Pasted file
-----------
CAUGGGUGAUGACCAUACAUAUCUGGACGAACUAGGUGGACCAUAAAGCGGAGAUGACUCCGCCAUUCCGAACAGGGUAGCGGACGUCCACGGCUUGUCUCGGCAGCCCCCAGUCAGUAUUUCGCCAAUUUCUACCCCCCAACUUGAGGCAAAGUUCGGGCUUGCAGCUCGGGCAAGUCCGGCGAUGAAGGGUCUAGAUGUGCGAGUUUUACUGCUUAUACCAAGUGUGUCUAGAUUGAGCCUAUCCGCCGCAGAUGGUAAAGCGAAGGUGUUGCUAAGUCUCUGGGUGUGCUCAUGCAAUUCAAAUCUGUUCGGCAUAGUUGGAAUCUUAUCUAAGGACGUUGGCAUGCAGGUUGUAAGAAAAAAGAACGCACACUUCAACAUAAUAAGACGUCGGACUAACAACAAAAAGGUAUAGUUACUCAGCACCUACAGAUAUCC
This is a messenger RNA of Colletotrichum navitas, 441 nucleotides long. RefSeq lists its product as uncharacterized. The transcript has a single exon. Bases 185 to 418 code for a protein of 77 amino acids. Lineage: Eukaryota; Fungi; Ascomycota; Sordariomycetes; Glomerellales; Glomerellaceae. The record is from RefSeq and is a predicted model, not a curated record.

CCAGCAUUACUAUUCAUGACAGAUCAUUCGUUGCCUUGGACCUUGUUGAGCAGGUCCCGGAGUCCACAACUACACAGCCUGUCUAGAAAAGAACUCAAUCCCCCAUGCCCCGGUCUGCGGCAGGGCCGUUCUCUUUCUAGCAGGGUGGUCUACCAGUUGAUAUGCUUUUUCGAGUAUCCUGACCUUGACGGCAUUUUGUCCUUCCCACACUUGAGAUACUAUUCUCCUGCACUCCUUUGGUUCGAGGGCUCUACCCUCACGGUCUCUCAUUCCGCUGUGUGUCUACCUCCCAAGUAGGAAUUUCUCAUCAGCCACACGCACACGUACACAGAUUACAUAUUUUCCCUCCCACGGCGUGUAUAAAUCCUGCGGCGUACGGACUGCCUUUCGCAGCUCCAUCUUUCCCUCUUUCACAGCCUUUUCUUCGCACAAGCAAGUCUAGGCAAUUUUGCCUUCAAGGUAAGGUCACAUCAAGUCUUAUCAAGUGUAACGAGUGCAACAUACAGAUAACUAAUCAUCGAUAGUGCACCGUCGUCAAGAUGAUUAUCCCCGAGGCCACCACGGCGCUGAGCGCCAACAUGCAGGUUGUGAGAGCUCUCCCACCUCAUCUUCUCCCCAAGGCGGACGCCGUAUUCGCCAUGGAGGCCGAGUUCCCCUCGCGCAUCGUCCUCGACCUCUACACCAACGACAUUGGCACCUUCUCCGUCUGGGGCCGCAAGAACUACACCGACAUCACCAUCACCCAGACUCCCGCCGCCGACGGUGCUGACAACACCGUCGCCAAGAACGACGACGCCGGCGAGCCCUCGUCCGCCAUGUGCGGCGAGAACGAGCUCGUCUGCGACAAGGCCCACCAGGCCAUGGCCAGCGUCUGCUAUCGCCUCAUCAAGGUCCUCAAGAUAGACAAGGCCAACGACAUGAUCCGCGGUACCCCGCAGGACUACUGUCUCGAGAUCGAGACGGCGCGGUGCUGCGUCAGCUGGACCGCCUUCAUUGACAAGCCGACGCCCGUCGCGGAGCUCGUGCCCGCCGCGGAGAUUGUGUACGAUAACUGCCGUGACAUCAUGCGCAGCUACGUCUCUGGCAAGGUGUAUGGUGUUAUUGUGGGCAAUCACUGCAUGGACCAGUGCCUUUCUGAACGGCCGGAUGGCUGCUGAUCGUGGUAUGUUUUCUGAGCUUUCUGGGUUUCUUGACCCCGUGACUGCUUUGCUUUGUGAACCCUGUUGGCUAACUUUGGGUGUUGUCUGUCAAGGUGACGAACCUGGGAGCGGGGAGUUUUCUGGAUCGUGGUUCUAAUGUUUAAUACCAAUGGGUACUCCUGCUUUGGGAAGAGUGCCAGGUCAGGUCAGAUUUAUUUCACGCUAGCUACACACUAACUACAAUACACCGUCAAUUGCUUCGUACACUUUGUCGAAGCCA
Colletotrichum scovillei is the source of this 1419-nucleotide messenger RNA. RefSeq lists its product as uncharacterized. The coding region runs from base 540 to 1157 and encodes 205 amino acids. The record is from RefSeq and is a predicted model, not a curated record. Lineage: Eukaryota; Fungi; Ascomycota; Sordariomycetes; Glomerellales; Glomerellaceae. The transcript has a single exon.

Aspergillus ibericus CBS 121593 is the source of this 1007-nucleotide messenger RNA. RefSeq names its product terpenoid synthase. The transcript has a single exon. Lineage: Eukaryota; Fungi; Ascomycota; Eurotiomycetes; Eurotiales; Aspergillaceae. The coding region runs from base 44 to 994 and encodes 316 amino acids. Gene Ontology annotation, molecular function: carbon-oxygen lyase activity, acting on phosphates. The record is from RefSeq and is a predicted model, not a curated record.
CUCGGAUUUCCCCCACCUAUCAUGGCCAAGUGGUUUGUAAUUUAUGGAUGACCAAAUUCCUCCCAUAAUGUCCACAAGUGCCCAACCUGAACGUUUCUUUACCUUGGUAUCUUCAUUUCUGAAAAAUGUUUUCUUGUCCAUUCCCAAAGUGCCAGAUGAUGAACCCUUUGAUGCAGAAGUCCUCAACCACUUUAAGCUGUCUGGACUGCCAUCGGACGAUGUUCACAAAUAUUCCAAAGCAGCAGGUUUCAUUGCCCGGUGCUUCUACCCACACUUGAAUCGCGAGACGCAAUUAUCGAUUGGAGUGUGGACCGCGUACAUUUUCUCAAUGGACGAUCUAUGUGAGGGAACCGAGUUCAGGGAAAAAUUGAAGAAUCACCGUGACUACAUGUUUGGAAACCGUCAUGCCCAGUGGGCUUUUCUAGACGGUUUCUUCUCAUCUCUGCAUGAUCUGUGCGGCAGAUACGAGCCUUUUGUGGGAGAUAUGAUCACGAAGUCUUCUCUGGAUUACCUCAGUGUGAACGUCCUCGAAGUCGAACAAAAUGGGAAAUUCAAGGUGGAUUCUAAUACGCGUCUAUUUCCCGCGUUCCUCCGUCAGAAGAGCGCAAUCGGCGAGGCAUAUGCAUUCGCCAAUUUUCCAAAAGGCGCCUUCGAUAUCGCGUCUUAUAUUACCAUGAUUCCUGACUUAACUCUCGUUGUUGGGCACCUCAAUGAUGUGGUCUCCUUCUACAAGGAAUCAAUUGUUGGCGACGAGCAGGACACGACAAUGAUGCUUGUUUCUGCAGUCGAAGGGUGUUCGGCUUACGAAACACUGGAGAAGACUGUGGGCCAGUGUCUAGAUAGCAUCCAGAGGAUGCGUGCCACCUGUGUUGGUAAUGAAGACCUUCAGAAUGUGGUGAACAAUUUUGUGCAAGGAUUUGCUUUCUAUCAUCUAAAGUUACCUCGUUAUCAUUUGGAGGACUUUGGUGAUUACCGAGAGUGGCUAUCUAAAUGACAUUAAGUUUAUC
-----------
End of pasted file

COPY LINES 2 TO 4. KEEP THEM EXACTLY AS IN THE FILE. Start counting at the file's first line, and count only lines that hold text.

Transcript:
This is a messenger RNA of Colletotrichum navitas, 441 nucleotides long. RefSeq lists its product as uncharacterized. The transcript has a single exon. Bases 185 to 418 code for a protein of 77 amino acids. Lineage: Eukaryota; Fungi; Ascomycota; Sordariomycetes; Glomerellales; Glomerellaceae. The record is from RefSeq and is a predicted model, not a curated record.

CCAGCAUUACUAUUCAUGACAGAUCAUUCGUUGCCUUGGACCUUGUUGAGCAGGUCCCGGAGUCCACAACUACACAGCCUGUCUAGAAAAGAACUCAAUCCCCCAUGCCCCGGUCUGCGGCAGGGCCGUUCUCUUUCUAGCAGGGUGGUCUACCAGUUGAUAUGCUUUUUCGAGUAUCCUGACCUUGACGGCAUUUUGUCCUUCCCACACUUGAGAUACUAUUCUCCUGCACUCCUUUGGUUCGAGGGCUCUACCCUCACGGUCUCUCAUUCCGCUGUGUGUCUACCUCCCAAGUAGGAAUUUCUCAUCAGCCACACGCACACGUACACAGAUUACAUAUUUUCCCUCCCACGGCGUGUAUAAAUCCUGCGGCGUACGGACUGCCUUUCGCAGCUCCAUCUUUCCCUCUUUCACAGCCUUUUCUUCGCACAAGCAAGUCUAGGCAAUUUUGCCUUCAAGGUAAGGUCACAUCAAGUCUUAUCAAGUGUAACGAGUGCAACAUACAGAUAACUAAUCAUCGAUAGUGCACCGUCGUCAAGAUGAUUAUCCCCGAGGCCACCACGGCGCUGAGCGCCAACAUGCAGGUUGUGAGAGCUCUCCCACCUCAUCUUCUCCCCAAGGCGGACGCCGUAUUCGCCAUGGAGGCCGAGUUCCCCUCGCGCAUCGUCCUCGACCUCUACACCAACGACAUUGGCACCUUCUCCGUCUGGGGCCGCAAGAACUACACCGACAUCACCAUCACCCAGACUCCCGCCGCCGACGGUGCUGACAACACCGUCGCCAAGAACGACGACGCCGGCGAGCCCUCGUCCGCCAUGUGCGGCGAGAACGAGCUCGUCUGCGACAAGGCCCACCAGGCCAUGGCCAGCGUCUGCUAUCGCCUCAUCAAGGUCCUCAAGAUAGACAAGGCCAACGACAUGAUCCGCGGUACCCCGCAGGACUACUGUCUCGAGAUCGAGACGGCGCGGUGCUGCGUCAGCUGGACCGCCUUCAUUGACAAGCCGACGCCCGUCGCGGAGCUCGUGCCCGCCGCGGAGAUUGUGUACGAUAACUGCCGUGACAUCAUGCGCAGCUACGUCUCUGGCAAGGUGUAUGGUGUUAUUGUGGGCAAUCACUGCAUGGACCAGUGCCUUUCUGAACGGCCGGAUGGCUGCUGAUCGUGGUAUGUUUUCUGAGCUUUCUGGGUUUCUUGACCCCGUGACUGCUUUGCUUUGUGAACCCUGUUGGCUAACUUUGGGUGUUGUCUGUCAAGGUGACGAACCUGGGAGCGGGGAGUUUUCUGGAUCGUGGUUCUAAUGUUUAAUACCAAUGGGUACUCCUGCUUUGGGAAGAGUGCCAGGUCAGGUCAGAUUUAUUUCACGCUAGCUACACACUAACUACAAUACACCGUCAAUUGCUUCGUACACUUUGUCGAAGCCA
Colletotrichum scovillei is the source of this 1419-nucleotide messenger RNA. RefSeq lists its product as uncharacterized. The coding region runs from base 540 to 1157 and encodes 205 amino acids. The record is from RefSeq and is a predicted model, not a curated record. Lineage: Eukaryota; Fungi; Ascomycota; Sordariomycetes; Glomerellales; Glomerellaceae. The transcript has a single exon.